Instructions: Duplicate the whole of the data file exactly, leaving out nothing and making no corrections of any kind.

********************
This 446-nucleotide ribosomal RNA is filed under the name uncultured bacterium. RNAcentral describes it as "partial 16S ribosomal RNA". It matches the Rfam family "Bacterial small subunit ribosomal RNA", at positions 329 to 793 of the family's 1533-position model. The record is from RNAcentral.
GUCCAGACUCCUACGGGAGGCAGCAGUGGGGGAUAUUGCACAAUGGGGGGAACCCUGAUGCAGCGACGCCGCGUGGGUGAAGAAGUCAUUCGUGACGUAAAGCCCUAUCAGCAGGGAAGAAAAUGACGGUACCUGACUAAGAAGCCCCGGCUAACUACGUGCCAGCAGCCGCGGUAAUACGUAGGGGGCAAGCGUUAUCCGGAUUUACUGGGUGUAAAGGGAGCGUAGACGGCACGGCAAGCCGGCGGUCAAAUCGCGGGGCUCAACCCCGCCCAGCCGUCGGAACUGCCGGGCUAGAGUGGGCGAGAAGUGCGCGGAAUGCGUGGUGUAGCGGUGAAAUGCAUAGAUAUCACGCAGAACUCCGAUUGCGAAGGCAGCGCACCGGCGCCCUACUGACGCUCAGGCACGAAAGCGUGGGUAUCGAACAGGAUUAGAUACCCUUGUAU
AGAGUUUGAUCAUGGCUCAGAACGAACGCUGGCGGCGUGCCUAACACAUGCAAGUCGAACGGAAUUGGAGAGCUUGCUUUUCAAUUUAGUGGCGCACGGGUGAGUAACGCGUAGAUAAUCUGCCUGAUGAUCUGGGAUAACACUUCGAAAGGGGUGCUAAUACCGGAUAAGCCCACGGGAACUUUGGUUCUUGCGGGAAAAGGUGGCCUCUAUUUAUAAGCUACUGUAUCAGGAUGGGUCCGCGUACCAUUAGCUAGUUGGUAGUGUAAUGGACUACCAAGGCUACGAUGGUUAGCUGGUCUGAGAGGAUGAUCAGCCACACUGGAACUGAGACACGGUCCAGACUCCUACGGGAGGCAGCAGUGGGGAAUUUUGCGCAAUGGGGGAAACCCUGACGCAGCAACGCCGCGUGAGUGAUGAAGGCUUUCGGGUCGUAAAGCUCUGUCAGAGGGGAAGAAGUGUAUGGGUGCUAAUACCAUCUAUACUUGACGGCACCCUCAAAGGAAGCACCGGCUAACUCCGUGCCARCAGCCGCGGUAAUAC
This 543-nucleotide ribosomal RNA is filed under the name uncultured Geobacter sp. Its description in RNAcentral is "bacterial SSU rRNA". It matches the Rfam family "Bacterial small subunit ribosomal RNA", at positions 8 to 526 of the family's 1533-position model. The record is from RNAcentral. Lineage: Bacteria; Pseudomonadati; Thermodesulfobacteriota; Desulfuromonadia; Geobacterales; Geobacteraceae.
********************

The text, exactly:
This 446-nucleotide ribosomal RNA is filed under the name uncultured bacterium. RNAcentral describes it as "partial 16S ribosomal RNA". It matches the Rfam family "Bacterial small subunit ribosomal RNA", at positions 329 to 793 of the family's 1533-position model. The record is from RNAcentral.
GUCCAGACUCCUACGGGAGGCAGCAGUGGGGGAUAUUGCACAAUGGGGGGAACCCUGAUGCAGCGACGCCGCGUGGGUGAAGAAGUCAUUCGUGACGUAAAGCCCUAUCAGCAGGGAAGAAAAUGACGGUACCUGACUAAGAAGCCCCGGCUAACUACGUGCCAGCAGCCGCGGUAAUACGUAGGGGGCAAGCGUUAUCCGGAUUUACUGGGUGUAAAGGGAGCGUAGACGGCACGGCAAGCCGGCGGUCAAAUCGCGGGGCUCAACCCCGCCCAGCCGUCGGAACUGCCGGGCUAGAGUGGGCGAGAAGUGCGCGGAAUGCGUGGUGUAGCGGUGAAAUGCAUAGAUAUCACGCAGAACUCCGAUUGCGAAGGCAGCGCACCGGCGCCCUACUGACGCUCAGGCACGAAAGCGUGGGUAUCGAACAGGAUUAGAUACCCUUGUAU
AGAGUUUGAUCAUGGCUCAGAACGAACGCUGGCGGCGUGCCUAACACAUGCAAGUCGAACGGAAUUGGAGAGCUUGCUUUUCAAUUUAGUGGCGCACGGGUGAGUAACGCGUAGAUAAUCUGCCUGAUGAUCUGGGAUAACACUUCGAAAGGGGUGCUAAUACCGGAUAAGCCCACGGGAACUUUGGUUCUUGCGGGAAAAGGUGGCCUCUAUUUAUAAGCUACUGUAUCAGGAUGGGUCCGCGUACCAUUAGCUAGUUGGUAGUGUAAUGGACUACCAAGGCUACGAUGGUUAGCUGGUCUGAGAGGAUGAUCAGCCACACUGGAACUGAGACACGGUCCAGACUCCUACGGGAGGCAGCAGUGGGGAAUUUUGCGCAAUGGGGGAAACCCUGACGCAGCAACGCCGCGUGAGUGAUGAAGGCUUUCGGGUCGUAAAGCUCUGUCAGAGGGGAAGAAGUGUAUGGGUGCUAAUACCAUCUAUACUUGACGGCACCCUCAAAGGAAGCACCGGCUAACUCCGUGCCARCAGCCGCGGUAAUAC
This 543-nucleotide ribosomal RNA is filed under the name uncultured Geobacter sp. Its description in RNAcentral is "bacterial SSU rRNA". It matches the Rfam family "Bacterial small subunit ribosomal RNA", at positions 8 to 526 of the family's 1533-position model. The record is from RNAcentral. Lineage: Bacteria; Pseudomonadati; Thermodesulfobacteriota; Desulfuromonadia; Geobacterales; Geobacteraceae.